Giselle on Film: A Bloke’s Tale

Albrecht encerclé (capture d'écran)

Albrecht encerclé (capture d’écran)

The Royal New Zealand Ballet’s “Giselle,” now at a cinema near you in France (starting December 12).

As so often when I go to the movies, I don’t quite know what to expect after having been seduced by the trailer. Will I see a chopped-up version, where we’d cut back and forth between a performance and a modern-day retelling of this love triangle? A documentary à la Delouche? Tons of shots from all over the theater but especially from backstage and in the studio?

Instead, Toa Fraser’s film turns out to be most astonishingly straightforward. What we have here is mostly a “filmed before a live audience” testament to the Royal New Zealand Ballet dancing at top form. Sensitively filmed: Fraser makes the dancers look good and never cuts away at the wrong moment.

What I also didn’t expect: just an opening section and a quasi-music video between the acts that allows our principal dancers in modern dress to strike wistful poses to Dan McGlashen’s “When the Trumpets Sound” (the text a wink to Hilarion, perhaps?). While we’ve now all learned about the New Zealand landscape due to Peter Jackson and his hobbits, most of the interludes were filmed in Shanghai and the Catskills. In them, a couple – mimed by the same ones who dance the leads — is happy and then unhappy, first looking into each others’ eyes and then staring into space while wandering around or dancing on a rooftop in sneakers. There is only one dance scene set in a studio, and it proves completely staged, not a coach in sight. We get a few slo-mo moments as Giselle collapses at the end of Act 1. Some shots of an empty theater are seen through Myrtha’s (Abigail Boyle’s) eyes, which prove as giant and expressive as her jumps and gestures.

No one says a word throughout the entire film.

So why bother to get out of your chair to go and catch this rather tame cinematic experience?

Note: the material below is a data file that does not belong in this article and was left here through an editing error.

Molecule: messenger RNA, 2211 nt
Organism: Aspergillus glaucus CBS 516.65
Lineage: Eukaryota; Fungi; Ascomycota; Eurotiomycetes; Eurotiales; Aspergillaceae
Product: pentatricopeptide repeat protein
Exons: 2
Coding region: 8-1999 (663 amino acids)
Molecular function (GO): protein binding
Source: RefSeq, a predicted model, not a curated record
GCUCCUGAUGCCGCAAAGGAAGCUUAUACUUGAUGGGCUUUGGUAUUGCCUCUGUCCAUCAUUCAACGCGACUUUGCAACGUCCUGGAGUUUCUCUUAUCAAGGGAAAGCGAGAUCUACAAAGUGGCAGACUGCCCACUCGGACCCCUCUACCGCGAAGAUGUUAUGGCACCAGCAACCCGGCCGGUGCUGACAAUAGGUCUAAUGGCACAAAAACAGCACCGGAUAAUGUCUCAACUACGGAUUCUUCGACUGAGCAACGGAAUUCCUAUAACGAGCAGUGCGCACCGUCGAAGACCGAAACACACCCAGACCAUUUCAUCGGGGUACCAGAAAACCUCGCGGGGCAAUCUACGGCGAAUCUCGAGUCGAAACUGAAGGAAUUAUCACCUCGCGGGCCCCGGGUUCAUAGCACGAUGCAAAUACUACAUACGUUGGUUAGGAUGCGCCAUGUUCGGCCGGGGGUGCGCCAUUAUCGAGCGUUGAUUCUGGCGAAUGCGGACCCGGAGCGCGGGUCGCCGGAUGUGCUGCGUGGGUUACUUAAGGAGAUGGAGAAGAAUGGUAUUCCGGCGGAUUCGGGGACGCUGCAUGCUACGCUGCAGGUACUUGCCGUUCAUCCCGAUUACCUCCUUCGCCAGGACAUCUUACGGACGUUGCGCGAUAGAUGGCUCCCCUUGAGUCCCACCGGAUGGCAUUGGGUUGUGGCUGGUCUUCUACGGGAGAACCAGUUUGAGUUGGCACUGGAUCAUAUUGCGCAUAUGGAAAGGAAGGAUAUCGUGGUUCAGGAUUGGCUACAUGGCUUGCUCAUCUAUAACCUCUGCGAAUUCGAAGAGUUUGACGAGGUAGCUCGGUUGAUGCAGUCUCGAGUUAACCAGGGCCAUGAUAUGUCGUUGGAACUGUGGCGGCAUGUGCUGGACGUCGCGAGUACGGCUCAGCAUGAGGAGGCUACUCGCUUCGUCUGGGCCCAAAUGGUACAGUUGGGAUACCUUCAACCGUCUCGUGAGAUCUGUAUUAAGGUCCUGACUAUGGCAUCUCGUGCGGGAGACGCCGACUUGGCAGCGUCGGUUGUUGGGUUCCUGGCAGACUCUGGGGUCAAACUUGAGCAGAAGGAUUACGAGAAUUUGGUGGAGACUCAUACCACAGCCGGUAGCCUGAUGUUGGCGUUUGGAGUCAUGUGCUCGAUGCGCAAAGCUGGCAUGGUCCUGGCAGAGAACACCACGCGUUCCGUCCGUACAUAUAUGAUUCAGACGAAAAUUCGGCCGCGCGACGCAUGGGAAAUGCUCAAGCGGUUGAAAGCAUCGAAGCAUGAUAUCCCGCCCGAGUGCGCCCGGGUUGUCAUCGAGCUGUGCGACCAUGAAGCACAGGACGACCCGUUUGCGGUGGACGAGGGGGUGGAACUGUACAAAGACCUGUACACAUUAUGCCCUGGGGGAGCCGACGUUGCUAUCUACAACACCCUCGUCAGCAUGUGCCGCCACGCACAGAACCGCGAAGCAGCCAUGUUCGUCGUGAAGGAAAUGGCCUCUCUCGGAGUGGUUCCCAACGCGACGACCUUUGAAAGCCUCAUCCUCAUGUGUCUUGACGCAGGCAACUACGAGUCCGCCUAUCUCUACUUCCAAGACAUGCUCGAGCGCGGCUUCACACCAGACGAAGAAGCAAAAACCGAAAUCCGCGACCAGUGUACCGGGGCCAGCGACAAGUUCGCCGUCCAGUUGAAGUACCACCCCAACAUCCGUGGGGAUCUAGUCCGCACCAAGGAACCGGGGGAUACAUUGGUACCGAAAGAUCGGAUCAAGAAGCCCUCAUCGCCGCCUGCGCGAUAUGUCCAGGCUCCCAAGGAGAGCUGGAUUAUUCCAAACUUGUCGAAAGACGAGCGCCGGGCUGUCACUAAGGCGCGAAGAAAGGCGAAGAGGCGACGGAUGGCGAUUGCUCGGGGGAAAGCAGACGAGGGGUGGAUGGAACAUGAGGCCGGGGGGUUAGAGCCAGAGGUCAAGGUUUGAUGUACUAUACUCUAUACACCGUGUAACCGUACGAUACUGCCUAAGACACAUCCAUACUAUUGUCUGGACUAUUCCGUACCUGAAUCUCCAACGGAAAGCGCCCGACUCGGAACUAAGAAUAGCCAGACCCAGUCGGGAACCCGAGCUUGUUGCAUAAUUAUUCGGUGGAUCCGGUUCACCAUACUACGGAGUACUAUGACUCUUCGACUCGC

The answer. To see how Ethan Stiefel and Johan Kobborg – both great interpreters of the role of Albrecht – have put their combined intelligences into sculpting a most delicate and dramatically attentive version of “Giselle,” without having to travel to New Zealand, Shanghai, or the New World (as James did in February).

Albrecht -–the buoyant and all-out Qi Huan — opens and closes the action as a broken older man, flayed alive by his emotions. Tiny, distracting, and incoherent details from the 19th century have been caught and transformed and polished. This prince dominates the action, the film should have indeed been called “Albrecht.” The character of Giselle has always made sense, given a distinct and coherent dramatic arc, Albrecht…not. Here, in a most Romantic Dumasian way, he is at the center of everything, including the evil attention of the Wilis (and just look at how you can make only twelve look like a swarm if you give them more to do!)

As he now has more to dance, in a very different and most forcefully folkish way, Hilarion – the buoyant and grounded and whirling Jacob Chown – finally becomes more of a distinct presence and less of a role handed off to a tired old character dancer (or confused young one). I have never been more saddened when this lovelorn forester got his due, here literally smushed down into the muddy waters by Myrtha…

The actual Giselle, Gillian Murphy, then doesn’t need to carry the show. She is incredibly strong and fierce in balances and able to bounce as high as the guys and quite beautiful, but she’s just not my kind of ballerina, and there is no way to explain this statement (try explaining falling in love). Therefore being a fan of hers, or not, should in no way influence your desire to see this film.

This is a “Giselle” from the men’s point of view, but concocted by two deeply intelligent men. I do not want to spoil any surprises, but Cobborg and Siefel’s re-thinking of the Peasant Pas de Deux in Act One finally moves the thing out of the dull realm of “divertissement” into making so much dramatic sense that I think even the ghosts of Jules Perrot and Jean Coralli and all the other the Romantic puffballs would approve.

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